Asia trip allowed Biden to spread the inflation blame
President Joe Biden’s trip to Asia not only afforded him opportunities to coordinate with regional leaders on China and North Korea but also allowed the president to push inflation blame onto some U.S. allies.
Prior to the war in Ukraine, the Biden White House claimed that rising prices were driven by “transitory” factors related to the coronavirus, such as outsized demand from the cooped-up American public and pandemic work stoppages at Asian manufacturing centers.
Following Russia’s launch of the protracted war in Ukraine, Biden immediately pivoted to blaming inflationary factors, specifically global oil prices and widespread food shortages, on the Kremlin. However, core inflation, which factors out energy and food costs, has continued to rise in the United States since February.
BIDEN LAUNCHES INDO-PACIFIC ECONOMIC FRAMEWORK WITH JAPAN, SOUTH KOREA, AND OTHERS
Meanwhile, inflation remains the most important issue to midterm election voters from both parties, and polling, not to mention public statements from prominent Democrats, show the public isn’t swallowing the administration’s Putin focus.
Monday’s launch of the new Indo-Pacific Economic Framework with Japan, South Korea, and nearly a dozen other countries in the region allowed Biden to refocus inflation woes on pandemic-sparked supply chain problems in Asia rather than disruptions caused by the war in Ukraine.
“Our GDP is going to grow faster than China’s for the first time in 40 years. Now, does that mean we don’t have problems? We do,” said Biden, flanked by leaders from India, South Korea, Japan, and Australia during the launch ceremony. “We have problems that the rest of the world has, but less consequential than the rest of the world has because of our internal growth and strength.”
“This is going to be a haul. This is going to take some time,” he continued. “In the meantime, it seems to me the best thing I can do — in addition to try to get the Middle Eastern countries, including OPEC, to raise their production of oil and move along that route — is to see to it that we continue to grow our economy, create jobs.”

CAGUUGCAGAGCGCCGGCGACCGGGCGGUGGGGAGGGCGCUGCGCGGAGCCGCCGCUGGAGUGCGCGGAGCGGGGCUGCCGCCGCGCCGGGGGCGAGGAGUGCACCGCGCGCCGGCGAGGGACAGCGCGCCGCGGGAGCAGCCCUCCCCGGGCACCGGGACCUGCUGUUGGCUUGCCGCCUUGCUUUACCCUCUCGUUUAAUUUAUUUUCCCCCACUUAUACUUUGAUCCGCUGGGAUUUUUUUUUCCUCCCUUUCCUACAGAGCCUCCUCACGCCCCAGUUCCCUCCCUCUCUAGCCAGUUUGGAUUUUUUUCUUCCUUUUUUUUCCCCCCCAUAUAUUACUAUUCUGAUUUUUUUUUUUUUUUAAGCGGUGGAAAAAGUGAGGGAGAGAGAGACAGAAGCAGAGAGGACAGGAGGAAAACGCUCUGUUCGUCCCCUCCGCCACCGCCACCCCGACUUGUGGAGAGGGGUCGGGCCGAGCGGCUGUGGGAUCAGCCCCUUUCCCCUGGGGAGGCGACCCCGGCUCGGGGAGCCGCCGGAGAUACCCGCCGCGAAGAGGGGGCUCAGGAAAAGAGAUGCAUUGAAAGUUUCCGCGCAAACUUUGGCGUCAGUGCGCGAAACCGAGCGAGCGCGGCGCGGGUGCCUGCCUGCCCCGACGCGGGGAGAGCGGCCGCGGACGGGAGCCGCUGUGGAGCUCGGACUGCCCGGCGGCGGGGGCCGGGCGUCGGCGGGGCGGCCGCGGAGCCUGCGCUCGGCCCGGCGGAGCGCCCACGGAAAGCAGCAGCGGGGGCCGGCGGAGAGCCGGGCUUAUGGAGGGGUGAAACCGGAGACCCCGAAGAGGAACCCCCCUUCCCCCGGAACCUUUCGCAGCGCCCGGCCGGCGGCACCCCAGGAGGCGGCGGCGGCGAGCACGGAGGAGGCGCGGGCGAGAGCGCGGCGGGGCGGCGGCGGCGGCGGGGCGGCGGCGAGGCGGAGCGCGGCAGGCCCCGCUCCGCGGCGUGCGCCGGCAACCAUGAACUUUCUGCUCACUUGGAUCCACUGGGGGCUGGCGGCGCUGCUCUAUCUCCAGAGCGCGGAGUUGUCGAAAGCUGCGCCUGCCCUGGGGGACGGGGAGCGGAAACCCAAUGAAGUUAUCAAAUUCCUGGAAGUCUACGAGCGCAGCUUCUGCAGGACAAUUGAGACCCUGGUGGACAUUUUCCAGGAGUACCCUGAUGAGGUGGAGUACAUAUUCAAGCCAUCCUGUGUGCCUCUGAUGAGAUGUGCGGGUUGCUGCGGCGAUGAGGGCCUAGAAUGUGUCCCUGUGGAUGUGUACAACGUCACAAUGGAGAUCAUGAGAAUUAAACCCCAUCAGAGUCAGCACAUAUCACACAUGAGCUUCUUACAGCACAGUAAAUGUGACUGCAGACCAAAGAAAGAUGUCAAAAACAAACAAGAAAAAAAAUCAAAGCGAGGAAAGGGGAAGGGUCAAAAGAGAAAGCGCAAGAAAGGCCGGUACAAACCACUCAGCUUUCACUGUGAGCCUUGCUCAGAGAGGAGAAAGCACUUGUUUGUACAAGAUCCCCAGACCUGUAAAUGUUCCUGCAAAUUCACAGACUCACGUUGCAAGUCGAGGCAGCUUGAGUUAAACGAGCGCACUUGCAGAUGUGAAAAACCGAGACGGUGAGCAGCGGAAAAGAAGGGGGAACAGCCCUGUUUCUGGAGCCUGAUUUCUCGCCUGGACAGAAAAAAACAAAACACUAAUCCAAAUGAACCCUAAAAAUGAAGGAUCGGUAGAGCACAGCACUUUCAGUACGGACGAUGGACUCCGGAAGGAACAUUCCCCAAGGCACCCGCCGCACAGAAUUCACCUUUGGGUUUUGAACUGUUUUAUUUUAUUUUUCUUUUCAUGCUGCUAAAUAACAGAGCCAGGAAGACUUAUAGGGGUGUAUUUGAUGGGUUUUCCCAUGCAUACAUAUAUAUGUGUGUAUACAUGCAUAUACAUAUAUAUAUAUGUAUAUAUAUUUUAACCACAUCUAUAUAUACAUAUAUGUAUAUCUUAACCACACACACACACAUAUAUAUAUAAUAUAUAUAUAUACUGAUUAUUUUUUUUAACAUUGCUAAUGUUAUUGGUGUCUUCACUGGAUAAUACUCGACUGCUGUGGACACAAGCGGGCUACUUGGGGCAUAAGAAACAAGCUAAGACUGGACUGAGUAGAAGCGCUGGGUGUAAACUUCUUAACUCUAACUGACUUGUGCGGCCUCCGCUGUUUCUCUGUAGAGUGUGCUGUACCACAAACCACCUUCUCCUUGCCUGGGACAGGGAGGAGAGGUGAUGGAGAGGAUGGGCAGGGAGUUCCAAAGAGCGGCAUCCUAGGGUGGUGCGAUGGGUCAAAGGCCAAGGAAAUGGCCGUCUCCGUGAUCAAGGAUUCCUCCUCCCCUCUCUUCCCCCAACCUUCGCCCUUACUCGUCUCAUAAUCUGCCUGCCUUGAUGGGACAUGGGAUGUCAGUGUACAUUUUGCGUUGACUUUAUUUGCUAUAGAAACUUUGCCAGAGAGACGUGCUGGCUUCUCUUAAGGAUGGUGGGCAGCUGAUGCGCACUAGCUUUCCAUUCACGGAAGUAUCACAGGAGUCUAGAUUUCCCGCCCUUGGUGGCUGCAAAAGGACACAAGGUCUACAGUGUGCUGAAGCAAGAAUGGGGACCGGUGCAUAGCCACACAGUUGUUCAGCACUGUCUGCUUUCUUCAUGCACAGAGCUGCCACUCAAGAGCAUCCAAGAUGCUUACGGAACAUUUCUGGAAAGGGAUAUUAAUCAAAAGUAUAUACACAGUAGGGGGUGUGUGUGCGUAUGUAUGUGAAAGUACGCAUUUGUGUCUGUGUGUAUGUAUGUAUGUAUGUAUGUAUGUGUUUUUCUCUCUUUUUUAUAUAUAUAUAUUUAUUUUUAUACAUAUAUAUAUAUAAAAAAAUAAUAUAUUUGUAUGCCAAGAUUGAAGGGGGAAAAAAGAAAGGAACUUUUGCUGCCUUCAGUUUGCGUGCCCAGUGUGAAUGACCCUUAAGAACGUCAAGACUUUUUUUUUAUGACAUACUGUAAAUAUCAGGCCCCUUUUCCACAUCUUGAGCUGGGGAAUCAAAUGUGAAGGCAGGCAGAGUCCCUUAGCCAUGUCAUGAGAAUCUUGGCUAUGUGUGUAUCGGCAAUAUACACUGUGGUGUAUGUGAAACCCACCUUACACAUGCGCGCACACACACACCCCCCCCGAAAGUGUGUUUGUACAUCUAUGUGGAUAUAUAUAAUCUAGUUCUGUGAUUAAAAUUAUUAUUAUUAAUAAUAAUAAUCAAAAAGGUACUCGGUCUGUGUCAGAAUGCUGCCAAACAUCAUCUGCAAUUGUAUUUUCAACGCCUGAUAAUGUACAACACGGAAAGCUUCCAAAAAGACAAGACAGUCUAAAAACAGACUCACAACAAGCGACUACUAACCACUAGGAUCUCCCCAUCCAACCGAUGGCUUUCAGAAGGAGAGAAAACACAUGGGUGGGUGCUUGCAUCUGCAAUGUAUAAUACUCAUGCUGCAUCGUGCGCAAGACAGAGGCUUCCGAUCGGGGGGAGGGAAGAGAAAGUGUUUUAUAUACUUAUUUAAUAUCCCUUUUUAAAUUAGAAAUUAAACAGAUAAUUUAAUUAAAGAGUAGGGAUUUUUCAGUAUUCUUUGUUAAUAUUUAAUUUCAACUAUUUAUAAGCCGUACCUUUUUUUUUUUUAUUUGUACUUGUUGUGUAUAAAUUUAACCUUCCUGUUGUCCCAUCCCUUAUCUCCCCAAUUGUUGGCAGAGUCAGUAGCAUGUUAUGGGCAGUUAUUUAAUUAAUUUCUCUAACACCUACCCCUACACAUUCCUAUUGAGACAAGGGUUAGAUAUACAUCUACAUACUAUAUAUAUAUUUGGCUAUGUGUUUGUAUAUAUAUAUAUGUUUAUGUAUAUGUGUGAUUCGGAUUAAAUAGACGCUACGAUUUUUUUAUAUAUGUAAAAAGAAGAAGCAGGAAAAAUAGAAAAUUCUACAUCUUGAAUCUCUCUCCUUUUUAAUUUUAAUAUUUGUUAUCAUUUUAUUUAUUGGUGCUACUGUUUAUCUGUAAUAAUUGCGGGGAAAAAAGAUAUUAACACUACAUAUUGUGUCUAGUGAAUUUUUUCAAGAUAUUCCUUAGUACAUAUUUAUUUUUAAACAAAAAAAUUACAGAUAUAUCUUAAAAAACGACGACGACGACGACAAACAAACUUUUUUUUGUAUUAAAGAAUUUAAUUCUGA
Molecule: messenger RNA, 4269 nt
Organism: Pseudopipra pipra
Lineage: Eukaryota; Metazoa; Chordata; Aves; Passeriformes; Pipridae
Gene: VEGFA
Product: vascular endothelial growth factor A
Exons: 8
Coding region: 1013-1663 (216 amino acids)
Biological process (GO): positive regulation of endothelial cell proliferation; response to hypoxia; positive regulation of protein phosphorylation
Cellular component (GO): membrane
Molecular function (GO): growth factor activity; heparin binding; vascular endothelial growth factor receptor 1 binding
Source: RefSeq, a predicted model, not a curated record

Biden additionally used the event as a platform to push for his own domestic policies, claiming they would help combat the “second wave” inflation impact pressuring voters.
“If you’re able to have childcare at 17% of — 7% of your income, if you’re able to be in a position where we were able to provide for a tax cut for middle-class people and working-class people, etc. — all those things would be very helpful,” the president added. “When we have a 50-50 Senate, it means we have 50 presidents, and I’m having a little trouble getting some of these things passed, but we’re not going to give up. We’re going to keep pushing.”
Finally, Biden suggested he and Treasury Secretary Janet Yellen are “considering” rolling back the Trump administration’s China tariffs, which some have suggested could ease prices for U.S. consumers.
The IPEF itself was spun out of the Quadrilateral Security Dialogue. Member nations Australia, India, Japan, and the U.S. added Indonesia, South Korea, Malaysia, New Zealand, the Philippines, Singapore, Thailand, and Vietnam to the new framework.
The 12 signatories pledged in a statement to foster innovation across the clean energy, digital, and technology sectors “while fortifying our economies against a range of threats, from fragile supply chains to corruption to tax havens.”
White House officials added that the IPEF will “help lower costs by making our supply chains more resilient in the long term, protecting us against costly disruptions that lead to higher prices for consumers.”
However, Taiwan, which produces the world’s largest supply of semiconductors, is not an IPEF signatory.
U.S. Trade Ambassador Katherine Tai recently met with her Taiwanese counterpart, and national security adviser Jake Sullivan told reporters Sunday that the U.S. is “looking to deepen our economic partnership with Taiwan, including on high-technology issues, including on semiconductors and supply chains.”
Officials suggest that including Taiwan in the pact could disrupt the work the administration is doing to repair the U.S. relationship with China.
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“It’s not a surprise to me that China has concerns about the number of countries, the diversity of countries who have expressed interest in and enthusiasm for IPEF,” Sullivan added. “We do expect, in addition to the countries that join for the launch tomorrow, others will come along in the months and years ahead.”